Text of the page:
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Cited by 71 (8 self)
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Computing reflective symmetries of 2D and 3D shapes is a classical problem in computer vision and computational geometry. Most prior work has focused on finding the main axes of symmetry, or determining that none exists. In this paper we introduce a new reflective symmetry descriptor that represents a measure of reflective symmetry for an arbitrary 3D model for all planes through the model’s center of mass (even if they are not planes of symmetry). The main benefits of this new shape descriptor are that it is defined over a canonical parameterization (the sphere) and describes global properties of a 3D shape. We show how to obtain a voxel grid from arbitrary 3D shapes and, using Fourier methods, we present an algorithm that computes the symmetry descriptor in O(N 4 log N) time for an N × N × N voxel grid and computes a multiresolution approximation in O(N 3 log N) time. In our initial experiments, we have found that the symmetry descriptor is insensitive to noise and stable under point sampling. We have also found that it performs well in shape matching tasks, providing a measure of shape similarity that is orthogonal to existing methods.
Detecting symmetry and symmetric constellations of features
 In ECCV
, 2006
"... Abstract. A novel and efficient method is presented for grouping feature points on the basis of their underlying symmetry and characterising the symmetries present in an image. We show how symmetric pairs of features can be efficiently detected, how the symmetry bonding each pair is extracted and ev ..."
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Cited by 65 (3 self)
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Abstract. A novel and efficient method is presented for grouping feature points on the basis of their underlying symmetry and characterising the symmetries present in an image. We show how symmetric pairs of features can be efficiently detected, how the symmetry bonding each pair is extracted and evaluated, and how these can be grouped into symmetric constellations that specify the dominant symmetries present in the image. Symmetries over all orientations and radii are considered simultaneously, and the method is able to detect local or global symmetries, locate symmetric figures in complex backgrounds, detect bilateral or rotational symmetry, and detect multiple incidences of symmetry. 1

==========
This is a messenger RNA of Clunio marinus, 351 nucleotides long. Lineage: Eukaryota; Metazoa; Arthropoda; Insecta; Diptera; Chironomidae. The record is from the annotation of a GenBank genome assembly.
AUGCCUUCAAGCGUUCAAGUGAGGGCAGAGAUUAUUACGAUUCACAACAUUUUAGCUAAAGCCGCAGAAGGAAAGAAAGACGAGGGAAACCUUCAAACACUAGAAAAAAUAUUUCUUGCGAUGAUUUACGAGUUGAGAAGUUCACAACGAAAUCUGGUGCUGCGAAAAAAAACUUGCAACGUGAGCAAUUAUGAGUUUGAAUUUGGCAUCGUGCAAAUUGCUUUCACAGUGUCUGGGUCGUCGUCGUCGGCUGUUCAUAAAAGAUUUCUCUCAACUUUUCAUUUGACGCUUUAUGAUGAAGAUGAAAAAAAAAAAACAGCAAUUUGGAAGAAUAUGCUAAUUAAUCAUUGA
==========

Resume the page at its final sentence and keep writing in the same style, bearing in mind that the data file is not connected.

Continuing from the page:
Gait Sequence Analysis using Frieze Patterns
 Proc. of European Conf. on Computer Vision
, 2002
"... We analyze walking people using a gait sequence representation that bypasses the need for frametoframe tracking of body parts. ..."
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Cited by 65 (2 self)
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We analyze walking people using a gait sequence representation that bypasses the need for frametoframe tracking of body parts.
Shape from Symmetry
, 2005
"... We describe a technique for reconstructing probable occluded surfaces from 3D range images. The technique exploits the fact that many objects possess shape symmetries that can be recognized even from partial 3D views. Our approach identifies probable symmetries and uses them to extend the partial ..."
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Cited by 50 (0 self)
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We describe a technique for reconstructing probable occluded surfaces from 3D range images. The technique exploits the fact that many objects possess shape symmetries that can be recognized even from partial 3D views. Our approach identifies probable symmetries and uses them to extend the partial 3D shape model into the occluded space. To accommodate objects consisting of multiple parts, we describe a technique for segmenting objects into parts characterized by different symmetries. Results are provided for a realworld database of 3D range images of common objects, acquired through an active stereo rig.